Work hard in school, go to a prestigious university, get a good job. The pathway to professional success and a rewarding career still leads through higher education, doesn’t it?
For many of us, yes. But not all. In fact, some of the world’s most successful people either failed to complete their undergraduate degree, or never enrolled in classes in the first place.
In a time when some are asking if higher education is still worth the investment (due to rising fees, increasing student debt and shrinking financial and educational returns), these people show that, sometimes, taking the road less travelled really can pay off – for them and the rest of the world.
National Merit Scholar Bill Gates started programming personal computer software at the age of 13. He enrolled at Harvard in 1973, but dropped out before graduating and founded Microsoft.
He now invests much of his wealth into the Bill & Melinda Gates Foundation, which works to enhance healthcare and reduce extreme poverty in developing countries.
The late personal computer pioneer Steve Jobs attended Reed College in Portland, Oregon, before dropping out and co-founding Apple Inc. Jobs would serve as chairman and chief executive officer of the company, which is considered to be one of the world’s most valuable brands.
In his legendary Stanford commencement speech, Jobs admitted he “couldn’t see the value” in going to college: “I had no idea what I wanted to do with my life and no idea how college was going to help me figure it out. And here I was spending all of the money my parents had saved their entire life. So I decided to drop out and trust that it would all work out OK. It was pretty scary at the time, but looking back it was one of the best decisions I ever made.”
She might be best know for her roles in award-winning films like Sin City, but Jessica Alba is also a successful entrepreneur. In 2011, she co-founded The Honest Company, which specializes in eco-friendly and non-toxic baby and household cleaning products. According to the latest figures, the company is now worth well over $1 billion.
But while she might be a successful actress and entrepreneur, Alba got to where she was without a college degree. And it wasn’t easy. As she explained when speaking at a Forbes conference last summer, “People just saw me as a girl in a bikini in movies kicking butts. It took three-and-a-half years of lots of condescending nods.” Her perseverance clearly paid off: in 2015, she became one of the richest self-made women in the US.
He might be a highschool dropout – he struggled throughout and left at the age of 16 – but Richard Branson is proof you don’t need a formal education to succeed. After dropping out, he set up his record label, Virgin. Signed artists like the Rolling Stones and the Sex Pistols would make it one of the top music labels in the world. Today, his Virgin business covers everything from leisure and financial services through to commercial spaceflights.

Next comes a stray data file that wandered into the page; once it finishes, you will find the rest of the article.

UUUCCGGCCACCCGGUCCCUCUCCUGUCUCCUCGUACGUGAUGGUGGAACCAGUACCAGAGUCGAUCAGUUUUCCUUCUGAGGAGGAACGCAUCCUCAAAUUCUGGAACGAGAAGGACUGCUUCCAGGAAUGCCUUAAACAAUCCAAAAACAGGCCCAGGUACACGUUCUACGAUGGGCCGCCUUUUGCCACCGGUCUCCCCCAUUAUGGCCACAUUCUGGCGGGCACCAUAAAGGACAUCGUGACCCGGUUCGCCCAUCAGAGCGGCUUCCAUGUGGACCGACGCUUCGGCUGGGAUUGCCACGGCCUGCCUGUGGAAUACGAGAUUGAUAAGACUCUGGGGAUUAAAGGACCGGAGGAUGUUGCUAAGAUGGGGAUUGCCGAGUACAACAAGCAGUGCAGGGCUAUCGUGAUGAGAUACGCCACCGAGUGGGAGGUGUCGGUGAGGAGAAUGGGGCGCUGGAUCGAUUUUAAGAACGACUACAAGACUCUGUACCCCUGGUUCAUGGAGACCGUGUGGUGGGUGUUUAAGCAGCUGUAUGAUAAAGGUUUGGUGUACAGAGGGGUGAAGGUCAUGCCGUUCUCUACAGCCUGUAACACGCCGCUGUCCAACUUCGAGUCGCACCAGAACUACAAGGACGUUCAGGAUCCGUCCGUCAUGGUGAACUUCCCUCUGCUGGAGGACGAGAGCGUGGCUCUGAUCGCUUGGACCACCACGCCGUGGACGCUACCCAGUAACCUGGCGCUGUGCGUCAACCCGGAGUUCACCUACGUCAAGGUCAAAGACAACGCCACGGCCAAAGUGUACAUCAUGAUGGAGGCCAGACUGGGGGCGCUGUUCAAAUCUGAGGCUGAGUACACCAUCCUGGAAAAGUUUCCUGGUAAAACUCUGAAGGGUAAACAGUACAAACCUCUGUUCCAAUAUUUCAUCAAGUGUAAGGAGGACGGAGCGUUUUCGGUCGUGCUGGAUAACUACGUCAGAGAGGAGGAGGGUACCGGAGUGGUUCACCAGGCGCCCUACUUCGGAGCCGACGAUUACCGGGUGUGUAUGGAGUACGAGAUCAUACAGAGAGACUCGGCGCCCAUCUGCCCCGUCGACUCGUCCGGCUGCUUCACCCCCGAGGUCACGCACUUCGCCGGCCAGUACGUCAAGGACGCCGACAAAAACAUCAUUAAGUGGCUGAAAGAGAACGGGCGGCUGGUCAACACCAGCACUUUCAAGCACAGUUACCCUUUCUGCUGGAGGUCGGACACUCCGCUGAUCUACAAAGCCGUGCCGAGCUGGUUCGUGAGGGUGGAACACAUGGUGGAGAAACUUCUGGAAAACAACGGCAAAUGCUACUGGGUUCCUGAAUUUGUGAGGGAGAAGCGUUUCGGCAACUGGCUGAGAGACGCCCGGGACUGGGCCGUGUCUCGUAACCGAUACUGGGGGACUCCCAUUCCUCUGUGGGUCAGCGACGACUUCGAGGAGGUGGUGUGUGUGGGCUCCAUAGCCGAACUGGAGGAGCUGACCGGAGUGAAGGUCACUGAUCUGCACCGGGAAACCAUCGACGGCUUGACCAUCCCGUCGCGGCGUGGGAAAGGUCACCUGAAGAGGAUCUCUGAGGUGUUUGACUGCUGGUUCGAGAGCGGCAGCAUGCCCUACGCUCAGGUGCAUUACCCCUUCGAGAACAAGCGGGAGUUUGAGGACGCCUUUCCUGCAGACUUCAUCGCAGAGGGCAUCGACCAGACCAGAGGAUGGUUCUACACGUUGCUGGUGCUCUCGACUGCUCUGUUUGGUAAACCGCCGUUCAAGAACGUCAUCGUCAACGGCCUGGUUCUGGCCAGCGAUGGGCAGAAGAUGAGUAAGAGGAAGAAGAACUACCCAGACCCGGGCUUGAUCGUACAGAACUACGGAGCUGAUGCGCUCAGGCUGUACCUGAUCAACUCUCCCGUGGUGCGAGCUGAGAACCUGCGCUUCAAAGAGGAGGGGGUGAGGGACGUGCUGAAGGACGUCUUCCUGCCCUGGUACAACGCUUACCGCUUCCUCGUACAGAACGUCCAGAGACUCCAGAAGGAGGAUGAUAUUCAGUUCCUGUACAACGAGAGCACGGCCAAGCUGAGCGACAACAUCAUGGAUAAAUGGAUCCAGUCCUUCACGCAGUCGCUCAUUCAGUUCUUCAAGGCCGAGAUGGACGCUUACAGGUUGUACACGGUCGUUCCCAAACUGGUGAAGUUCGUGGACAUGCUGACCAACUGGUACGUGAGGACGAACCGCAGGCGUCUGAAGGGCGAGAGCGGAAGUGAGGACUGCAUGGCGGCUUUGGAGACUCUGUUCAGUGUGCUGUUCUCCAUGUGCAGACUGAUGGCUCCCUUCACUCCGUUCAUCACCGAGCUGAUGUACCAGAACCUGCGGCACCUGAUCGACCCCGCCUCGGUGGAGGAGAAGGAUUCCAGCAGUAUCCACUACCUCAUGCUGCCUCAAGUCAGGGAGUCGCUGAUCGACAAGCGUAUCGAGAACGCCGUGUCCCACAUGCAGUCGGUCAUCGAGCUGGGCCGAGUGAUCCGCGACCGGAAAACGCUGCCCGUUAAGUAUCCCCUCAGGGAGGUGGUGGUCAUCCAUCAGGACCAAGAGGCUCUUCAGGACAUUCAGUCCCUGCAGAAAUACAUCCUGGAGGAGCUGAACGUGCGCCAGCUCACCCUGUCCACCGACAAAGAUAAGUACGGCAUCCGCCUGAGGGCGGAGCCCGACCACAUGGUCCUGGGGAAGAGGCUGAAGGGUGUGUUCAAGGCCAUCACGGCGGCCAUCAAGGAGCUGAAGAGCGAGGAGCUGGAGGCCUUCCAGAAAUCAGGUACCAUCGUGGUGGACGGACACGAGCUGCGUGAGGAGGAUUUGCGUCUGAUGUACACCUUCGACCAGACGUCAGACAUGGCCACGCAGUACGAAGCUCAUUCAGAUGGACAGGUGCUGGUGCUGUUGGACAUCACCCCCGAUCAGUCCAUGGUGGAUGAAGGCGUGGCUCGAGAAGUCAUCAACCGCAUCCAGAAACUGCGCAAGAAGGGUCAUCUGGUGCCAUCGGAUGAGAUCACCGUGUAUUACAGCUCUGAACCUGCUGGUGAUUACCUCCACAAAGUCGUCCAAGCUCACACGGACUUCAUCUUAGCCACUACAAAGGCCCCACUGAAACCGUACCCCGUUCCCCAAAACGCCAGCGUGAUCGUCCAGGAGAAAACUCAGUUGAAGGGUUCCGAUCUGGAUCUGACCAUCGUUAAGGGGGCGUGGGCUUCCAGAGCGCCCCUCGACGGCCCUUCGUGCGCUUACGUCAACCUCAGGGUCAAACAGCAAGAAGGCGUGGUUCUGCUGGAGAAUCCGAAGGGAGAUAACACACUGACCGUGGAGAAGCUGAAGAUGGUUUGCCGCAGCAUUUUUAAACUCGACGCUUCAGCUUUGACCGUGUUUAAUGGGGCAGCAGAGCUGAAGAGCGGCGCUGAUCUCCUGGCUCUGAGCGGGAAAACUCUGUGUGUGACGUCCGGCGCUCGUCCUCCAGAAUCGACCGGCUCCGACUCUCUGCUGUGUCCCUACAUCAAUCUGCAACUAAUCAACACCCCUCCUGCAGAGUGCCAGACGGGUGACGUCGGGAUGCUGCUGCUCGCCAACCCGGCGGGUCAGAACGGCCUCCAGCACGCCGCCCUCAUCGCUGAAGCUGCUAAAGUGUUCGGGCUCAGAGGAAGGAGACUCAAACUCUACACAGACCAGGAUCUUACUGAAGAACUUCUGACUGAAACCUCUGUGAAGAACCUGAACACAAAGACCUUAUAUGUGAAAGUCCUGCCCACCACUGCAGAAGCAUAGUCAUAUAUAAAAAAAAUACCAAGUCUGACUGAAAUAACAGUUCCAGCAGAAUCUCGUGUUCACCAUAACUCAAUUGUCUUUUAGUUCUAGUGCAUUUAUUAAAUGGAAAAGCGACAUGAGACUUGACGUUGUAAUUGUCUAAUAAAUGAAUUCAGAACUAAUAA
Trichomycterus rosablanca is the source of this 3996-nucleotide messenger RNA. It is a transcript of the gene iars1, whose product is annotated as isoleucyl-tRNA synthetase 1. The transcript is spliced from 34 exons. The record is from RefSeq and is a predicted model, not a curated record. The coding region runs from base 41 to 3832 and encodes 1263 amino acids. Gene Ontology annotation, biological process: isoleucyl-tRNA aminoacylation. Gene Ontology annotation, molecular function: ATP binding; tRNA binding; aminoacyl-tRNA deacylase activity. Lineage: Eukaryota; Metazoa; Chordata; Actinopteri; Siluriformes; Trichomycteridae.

Speaking with a British politician in 2013, the self-made billionaire questioned whether hands-on experience wasn’t, for some people, more valuable than school: “University is definitely important if you’re learning science, if you’re learning technology, or if you want to be a mathematician … but the real question is can it teach people entrepreneurship? Or is it better that people actually get out into the real world and learn by throwing themselves in the jungle?” The title of his 2012 book might give you a clue as to where he stands on this: Secrets they won’t teach you at business school.
Facebook co-founder Mark Zuckerberg launched the social network in February 2004 as a Harvard-only site, but quickly expanded to several other US colleges. Zuckerberg dropped out of Harvard in his sophomore year to work exclusively on the project.
Leaving Harvard might have been a big risk, but it was one worth taking. Today, the site has almost 1.5 billion active monthly users and, after an initial public offering in February 2012, it became the fastest company in the Standard & Poor’s 500 Index to reach a market cap of $250 billion.
A college education was never something Oprah Winfrey considered an option: born in Mississippi, her early years were more about survival than anything else. Extreme poverty – she recalls having to wear potato sacks as overalls – sexual abuse and teenage pregnancies defined her childhood.
Against all odds, she won a full scholarship to Tennessee State University, where she started studying performing arts. While at college, she got a lucky break and was offered a job at a local radio station. As her career took off, she dropped out of college. Looking back, it was one of the best decisions she ever made: through hard work, grit and determination, she went on to be the most famous and successful talk show host in the world, and the fifth wealthiest self-made woman in the US.
Authors: Stéphanie Thomson is an editor at the World Economic Forum
Image: Facebook CEO Mark Zuckerberg speaks during his keynote address at Facebook F8 in San Francisco, California March 25, 2015. REUTERS/Robert Galbraith